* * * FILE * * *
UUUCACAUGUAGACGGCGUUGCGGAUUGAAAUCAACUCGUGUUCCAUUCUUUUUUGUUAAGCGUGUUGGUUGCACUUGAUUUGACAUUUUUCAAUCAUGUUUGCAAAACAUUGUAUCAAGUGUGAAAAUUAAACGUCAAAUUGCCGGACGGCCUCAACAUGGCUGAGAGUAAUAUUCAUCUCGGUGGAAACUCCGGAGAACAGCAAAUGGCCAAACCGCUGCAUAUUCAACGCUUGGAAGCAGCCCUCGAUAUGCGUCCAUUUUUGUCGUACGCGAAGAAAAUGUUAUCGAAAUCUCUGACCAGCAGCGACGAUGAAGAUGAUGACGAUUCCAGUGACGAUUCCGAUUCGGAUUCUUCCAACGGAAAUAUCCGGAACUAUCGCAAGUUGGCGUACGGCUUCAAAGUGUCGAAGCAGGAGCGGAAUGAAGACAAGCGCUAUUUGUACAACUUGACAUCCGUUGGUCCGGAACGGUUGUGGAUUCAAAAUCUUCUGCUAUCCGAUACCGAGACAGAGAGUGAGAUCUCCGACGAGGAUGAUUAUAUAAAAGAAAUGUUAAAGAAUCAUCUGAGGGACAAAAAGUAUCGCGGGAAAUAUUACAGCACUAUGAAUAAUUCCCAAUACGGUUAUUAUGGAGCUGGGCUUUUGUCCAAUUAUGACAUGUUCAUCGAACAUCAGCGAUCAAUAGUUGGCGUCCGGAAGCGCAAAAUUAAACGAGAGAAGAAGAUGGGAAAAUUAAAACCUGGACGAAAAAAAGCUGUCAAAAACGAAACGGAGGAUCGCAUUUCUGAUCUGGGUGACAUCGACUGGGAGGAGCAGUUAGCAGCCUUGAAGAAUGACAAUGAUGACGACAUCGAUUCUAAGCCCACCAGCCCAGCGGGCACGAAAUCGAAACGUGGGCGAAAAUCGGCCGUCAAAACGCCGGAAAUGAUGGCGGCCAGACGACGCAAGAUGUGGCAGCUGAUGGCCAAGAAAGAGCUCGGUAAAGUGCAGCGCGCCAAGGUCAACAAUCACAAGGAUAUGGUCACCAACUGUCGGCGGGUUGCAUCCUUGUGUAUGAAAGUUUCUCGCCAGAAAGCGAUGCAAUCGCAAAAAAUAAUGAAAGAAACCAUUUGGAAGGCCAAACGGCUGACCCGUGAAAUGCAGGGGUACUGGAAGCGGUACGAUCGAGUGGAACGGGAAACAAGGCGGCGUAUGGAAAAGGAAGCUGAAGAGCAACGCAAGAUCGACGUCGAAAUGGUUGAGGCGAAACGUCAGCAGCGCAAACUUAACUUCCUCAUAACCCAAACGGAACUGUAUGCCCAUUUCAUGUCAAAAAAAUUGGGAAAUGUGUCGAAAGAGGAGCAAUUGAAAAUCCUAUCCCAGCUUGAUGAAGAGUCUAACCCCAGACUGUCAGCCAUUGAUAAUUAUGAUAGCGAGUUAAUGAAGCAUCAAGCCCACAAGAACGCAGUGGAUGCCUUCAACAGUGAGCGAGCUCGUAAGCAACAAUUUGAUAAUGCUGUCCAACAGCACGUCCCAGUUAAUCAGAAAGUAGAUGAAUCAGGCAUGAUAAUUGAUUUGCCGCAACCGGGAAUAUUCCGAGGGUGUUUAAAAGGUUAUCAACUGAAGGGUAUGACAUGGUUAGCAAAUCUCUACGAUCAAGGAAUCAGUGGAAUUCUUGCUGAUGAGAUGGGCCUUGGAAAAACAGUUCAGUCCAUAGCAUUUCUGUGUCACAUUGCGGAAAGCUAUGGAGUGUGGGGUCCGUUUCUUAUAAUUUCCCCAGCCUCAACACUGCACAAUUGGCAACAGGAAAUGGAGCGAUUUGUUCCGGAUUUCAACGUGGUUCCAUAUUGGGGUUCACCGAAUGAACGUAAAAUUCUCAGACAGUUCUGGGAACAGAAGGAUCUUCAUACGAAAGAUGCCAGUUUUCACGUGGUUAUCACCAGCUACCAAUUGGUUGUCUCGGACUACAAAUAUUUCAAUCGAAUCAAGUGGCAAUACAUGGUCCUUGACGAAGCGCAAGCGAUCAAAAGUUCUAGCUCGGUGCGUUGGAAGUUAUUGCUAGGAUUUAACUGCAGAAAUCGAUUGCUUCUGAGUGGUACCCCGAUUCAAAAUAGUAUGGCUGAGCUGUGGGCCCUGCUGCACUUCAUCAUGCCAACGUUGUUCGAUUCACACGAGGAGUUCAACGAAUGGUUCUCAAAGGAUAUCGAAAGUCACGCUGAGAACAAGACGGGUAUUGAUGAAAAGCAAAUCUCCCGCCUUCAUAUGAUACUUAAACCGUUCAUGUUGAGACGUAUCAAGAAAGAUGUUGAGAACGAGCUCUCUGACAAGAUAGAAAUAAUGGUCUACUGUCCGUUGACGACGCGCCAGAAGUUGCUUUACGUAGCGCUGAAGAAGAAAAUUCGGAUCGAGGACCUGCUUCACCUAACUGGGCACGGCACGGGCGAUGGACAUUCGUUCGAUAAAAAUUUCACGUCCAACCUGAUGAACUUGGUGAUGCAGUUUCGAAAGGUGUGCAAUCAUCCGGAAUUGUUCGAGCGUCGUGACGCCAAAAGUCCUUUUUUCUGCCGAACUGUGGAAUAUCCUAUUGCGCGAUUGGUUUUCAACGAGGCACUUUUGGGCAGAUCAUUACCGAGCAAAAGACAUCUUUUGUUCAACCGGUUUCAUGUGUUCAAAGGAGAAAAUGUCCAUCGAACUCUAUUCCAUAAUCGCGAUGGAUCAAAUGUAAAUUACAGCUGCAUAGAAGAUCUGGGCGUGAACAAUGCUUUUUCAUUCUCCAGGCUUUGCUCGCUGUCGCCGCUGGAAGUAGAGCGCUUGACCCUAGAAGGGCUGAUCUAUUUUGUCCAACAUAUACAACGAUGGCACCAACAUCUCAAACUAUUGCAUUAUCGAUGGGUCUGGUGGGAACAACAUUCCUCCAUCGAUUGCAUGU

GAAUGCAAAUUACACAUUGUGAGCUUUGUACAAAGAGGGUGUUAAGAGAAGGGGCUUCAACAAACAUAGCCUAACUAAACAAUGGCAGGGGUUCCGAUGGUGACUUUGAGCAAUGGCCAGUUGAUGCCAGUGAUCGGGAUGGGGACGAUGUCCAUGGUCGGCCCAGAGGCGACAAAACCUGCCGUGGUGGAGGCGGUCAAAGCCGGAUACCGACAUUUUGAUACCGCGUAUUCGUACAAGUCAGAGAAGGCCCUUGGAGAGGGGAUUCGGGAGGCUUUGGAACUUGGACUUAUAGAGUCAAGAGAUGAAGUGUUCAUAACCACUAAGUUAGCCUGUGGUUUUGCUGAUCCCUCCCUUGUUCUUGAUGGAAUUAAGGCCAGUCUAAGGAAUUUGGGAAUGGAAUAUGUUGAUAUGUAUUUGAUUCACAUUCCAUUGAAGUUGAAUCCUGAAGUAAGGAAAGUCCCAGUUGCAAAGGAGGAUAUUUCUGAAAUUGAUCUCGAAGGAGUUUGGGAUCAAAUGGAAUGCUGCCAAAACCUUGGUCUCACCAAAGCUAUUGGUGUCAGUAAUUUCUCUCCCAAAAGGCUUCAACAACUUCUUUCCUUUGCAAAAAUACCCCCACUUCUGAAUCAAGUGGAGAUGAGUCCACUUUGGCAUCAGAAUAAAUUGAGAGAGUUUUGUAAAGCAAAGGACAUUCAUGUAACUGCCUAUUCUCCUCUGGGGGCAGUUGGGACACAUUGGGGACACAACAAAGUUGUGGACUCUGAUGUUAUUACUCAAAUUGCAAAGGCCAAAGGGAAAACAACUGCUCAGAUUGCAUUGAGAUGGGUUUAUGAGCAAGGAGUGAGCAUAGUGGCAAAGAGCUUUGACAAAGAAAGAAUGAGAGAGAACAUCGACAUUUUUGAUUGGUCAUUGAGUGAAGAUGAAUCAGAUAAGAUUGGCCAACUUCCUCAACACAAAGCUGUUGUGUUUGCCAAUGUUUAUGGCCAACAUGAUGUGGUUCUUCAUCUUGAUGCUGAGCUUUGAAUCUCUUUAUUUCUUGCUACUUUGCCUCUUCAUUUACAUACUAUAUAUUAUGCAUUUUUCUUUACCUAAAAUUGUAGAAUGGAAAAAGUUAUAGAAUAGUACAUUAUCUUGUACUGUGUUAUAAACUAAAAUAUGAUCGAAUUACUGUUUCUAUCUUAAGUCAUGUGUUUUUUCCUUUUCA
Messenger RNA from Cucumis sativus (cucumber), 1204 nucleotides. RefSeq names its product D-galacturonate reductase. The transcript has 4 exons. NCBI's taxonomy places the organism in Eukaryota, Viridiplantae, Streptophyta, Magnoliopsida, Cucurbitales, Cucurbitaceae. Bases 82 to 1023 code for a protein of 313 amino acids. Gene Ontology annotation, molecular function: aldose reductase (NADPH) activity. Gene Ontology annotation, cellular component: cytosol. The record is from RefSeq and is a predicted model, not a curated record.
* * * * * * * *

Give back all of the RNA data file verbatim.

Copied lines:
UUUCACAUGUAGACGGCGUUGCGGAUUGAAAUCAACUCGUGUUCCAUUCUUUUUUGUUAAGCGUGUUGGUUGCACUUGAUUUGACAUUUUUCAAUCAUGUUUGCAAAACAUUGUAUCAAGUGUGAAAAUUAAACGUCAAAUUGCCGGACGGCCUCAACAUGGCUGAGAGUAAUAUUCAUCUCGGUGGAAACUCCGGAGAACAGCAAAUGGCCAAACCGCUGCAUAUUCAACGCUUGGAAGCAGCCCUCGAUAUGCGUCCAUUUUUGUCGUACGCGAAGAAAAUGUUAUCGAAAUCUCUGACCAGCAGCGACGAUGAAGAUGAUGACGAUUCCAGUGACGAUUCCGAUUCGGAUUCUUCCAACGGAAAUAUCCGGAACUAUCGCAAGUUGGCGUACGGCUUCAAAGUGUCGAAGCAGGAGCGGAAUGAAGACAAGCGCUAUUUGUACAACUUGACAUCCGUUGGUCCGGAACGGUUGUGGAUUCAAAAUCUUCUGCUAUCCGAUACCGAGACAGAGAGUGAGAUCUCCGACGAGGAUGAUUAUAUAAAAGAAAUGUUAAAGAAUCAUCUGAGGGACAAAAAGUAUCGCGGGAAAUAUUACAGCACUAUGAAUAAUUCCCAAUACGGUUAUUAUGGAGCUGGGCUUUUGUCCAAUUAUGACAUGUUCAUCGAACAUCAGCGAUCAAUAGUUGGCGUCCGGAAGCGCAAAAUUAAACGAGAGAAGAAGAUGGGAAAAUUAAAACCUGGACGAAAAAAAGCUGUCAAAAACGAAACGGAGGAUCGCAUUUCUGAUCUGGGUGACAUCGACUGGGAGGAGCAGUUAGCAGCCUUGAAGAAUGACAAUGAUGACGACAUCGAUUCUAAGCCCACCAGCCCAGCGGGCACGAAAUCGAAACGUGGGCGAAAAUCGGCCGUCAAAACGCCGGAAAUGAUGGCGGCCAGACGACGCAAGAUGUGGCAGCUGAUGGCCAAGAAAGAGCUCGGUAAAGUGCAGCGCGCCAAGGUCAACAAUCACAAGGAUAUGGUCACCAACUGUCGGCGGGUUGCAUCCUUGUGUAUGAAAGUUUCUCGCCAGAAAGCGAUGCAAUCGCAAAAAAUAAUGAAAGAAACCAUUUGGAAGGCCAAACGGCUGACCCGUGAAAUGCAGGGGUACUGGAAGCGGUACGAUCGAGUGGAACGGGAAACAAGGCGGCGUAUGGAAAAGGAAGCUGAAGAGCAACGCAAGAUCGACGUCGAAAUGGUUGAGGCGAAACGUCAGCAGCGCAAACUUAACUUCCUCAUAACCCAAACGGAACUGUAUGCCCAUUUCAUGUCAAAAAAAUUGGGAAAUGUGUCGAAAGAGGAGCAAUUGAAAAUCCUAUCCCAGCUUGAUGAAGAGUCUAACCCCAGACUGUCAGCCAUUGAUAAUUAUGAUAGCGAGUUAAUGAAGCAUCAAGCCCACAAGAACGCAGUGGAUGCCUUCAACAGUGAGCGAGCUCGUAAGCAACAAUUUGAUAAUGCUGUCCAACAGCACGUCCCAGUUAAUCAGAAAGUAGAUGAAUCAGGCAUGAUAAUUGAUUUGCCGCAACCGGGAAUAUUCCGAGGGUGUUUAAAAGGUUAUCAACUGAAGGGUAUGACAUGGUUAGCAAAUCUCUACGAUCAAGGAAUCAGUGGAAUUCUUGCUGAUGAGAUGGGCCUUGGAAAAACAGUUCAGUCCAUAGCAUUUCUGUGUCACAUUGCGGAAAGCUAUGGAGUGUGGGGUCCGUUUCUUAUAAUUUCCCCAGCCUCAACACUGCACAAUUGGCAACAGGAAAUGGAGCGAUUUGUUCCGGAUUUCAACGUGGUUCCAUAUUGGGGUUCACCGAAUGAACGUAAAAUUCUCAGACAGUUCUGGGAACAGAAGGAUCUUCAUACGAAAGAUGCCAGUUUUCACGUGGUUAUCACCAGCUACCAAUUGGUUGUCUCGGACUACAAAUAUUUCAAUCGAAUCAAGUGGCAAUACAUGGUCCUUGACGAAGCGCAAGCGAUCAAAAGUUCUAGCUCGGUGCGUUGGAAGUUAUUGCUAGGAUUUAACUGCAGAAAUCGAUUGCUUCUGAGUGGUACCCCGAUUCAAAAUAGUAUGGCUGAGCUGUGGGCCCUGCUGCACUUCAUCAUGCCAACGUUGUUCGAUUCACACGAGGAGUUCAACGAAUGGUUCUCAAAGGAUAUCGAAAGUCACGCUGAGAACAAGACGGGUAUUGAUGAAAAGCAAAUCUCCCGCCUUCAUAUGAUACUUAAACCGUUCAUGUUGAGACGUAUCAAGAAAGAUGUUGAGAACGAGCUCUCUGACAAGAUAGAAAUAAUGGUCUACUGUCCGUUGACGACGCGCCAGAAGUUGCUUUACGUAGCGCUGAAGAAGAAAAUUCGGAUCGAGGACCUGCUUCACCUAACUGGGCACGGCACGGGCGAUGGACAUUCGUUCGAUAAAAAUUUCACGUCCAACCUGAUGAACUUGGUGAUGCAGUUUCGAAAGGUGUGCAAUCAUCCGGAAUUGUUCGAGCGUCGUGACGCCAAAAGUCCUUUUUUCUGCCGAACUGUGGAAUAUCCUAUUGCGCGAUUGGUUUUCAACGAGGCACUUUUGGGCAGAUCAUUACCGAGCAAAAGACAUCUUUUGUUCAACCGGUUUCAUGUGUUCAAAGGAGAAAAUGUCCAUCGAACUCUAUUCCAUAAUCGCGAUGGAUCAAAUGUAAAUUACAGCUGCAUAGAAGAUCUGGGCGUGAACAAUGCUUUUUCAUUCUCCAGGCUUUGCUCGCUGUCGCCGCUGGAAGUAGAGCGCUUGACCCUAGAAGGGCUGAUCUAUUUUGUCCAACAUAUACAACGAUGGCACCAACAUCUCAAACUAUUGCAUUAUCGAUGGGUCUGGUGGGAACAACAUUCCUCCAUCGAUUGCAUGU

GAAUGCAAAUUACACAUUGUGAGCUUUGUACAAAGAGGGUGUUAAGAGAAGGGGCUUCAACAAACAUAGCCUAACUAAACAAUGGCAGGGGUUCCGAUGGUGACUUUGAGCAAUGGCCAGUUGAUGCCAGUGAUCGGGAUGGGGACGAUGUCCAUGGUCGGCCCAGAGGCGACAAAACCUGCCGUGGUGGAGGCGGUCAAAGCCGGAUACCGACAUUUUGAUACCGCGUAUUCGUACAAGUCAGAGAAGGCCCUUGGAGAGGGGAUUCGGGAGGCUUUGGAACUUGGACUUAUAGAGUCAAGAGAUGAAGUGUUCAUAACCACUAAGUUAGCCUGUGGUUUUGCUGAUCCCUCCCUUGUUCUUGAUGGAAUUAAGGCCAGUCUAAGGAAUUUGGGAAUGGAAUAUGUUGAUAUGUAUUUGAUUCACAUUCCAUUGAAGUUGAAUCCUGAAGUAAGGAAAGUCCCAGUUGCAAAGGAGGAUAUUUCUGAAAUUGAUCUCGAAGGAGUUUGGGAUCAAAUGGAAUGCUGCCAAAACCUUGGUCUCACCAAAGCUAUUGGUGUCAGUAAUUUCUCUCCCAAAAGGCUUCAACAACUUCUUUCCUUUGCAAAAAUACCCCCACUUCUGAAUCAAGUGGAGAUGAGUCCACUUUGGCAUCAGAAUAAAUUGAGAGAGUUUUGUAAAGCAAAGGACAUUCAUGUAACUGCCUAUUCUCCUCUGGGGGCAGUUGGGACACAUUGGGGACACAACAAAGUUGUGGACUCUGAUGUUAUUACUCAAAUUGCAAAGGCCAAAGGGAAAACAACUGCUCAGAUUGCAUUGAGAUGGGUUUAUGAGCAAGGAGUGAGCAUAGUGGCAAAGAGCUUUGACAAAGAAAGAAUGAGAGAGAACAUCGACAUUUUUGAUUGGUCAUUGAGUGAAGAUGAAUCAGAUAAGAUUGGCCAACUUCCUCAACACAAAGCUGUUGUGUUUGCCAAUGUUUAUGGCCAACAUGAUGUGGUUCUUCAUCUUGAUGCUGAGCUUUGAAUCUCUUUAUUUCUUGCUACUUUGCCUCUUCAUUUACAUACUAUAUAUUAUGCAUUUUUCUUUACCUAAAAUUGUAGAAUGGAAAAAGUUAUAGAAUAGUACAUUAUCUUGUACUGUGUUAUAAACUAAAAUAUGAUCGAAUUACUGUUUCUAUCUUAAGUCAUGUGUUUUUUCCUUUUCA
Messenger RNA from Cucumis sativus (cucumber), 1204 nucleotides. RefSeq names its product D-galacturonate reductase. The transcript has 4 exons. NCBI's taxonomy places the organism in Eukaryota, Viridiplantae, Streptophyta, Magnoliopsida, Cucurbitales, Cucurbitaceae. Bases 82 to 1023 code for a protein of 313 amino acids. Gene Ontology annotation, molecular function: aldose reductase (NADPH) activity. Gene Ontology annotation, cellular component: cytosol. The record is from RefSeq and is a predicted model, not a curated record.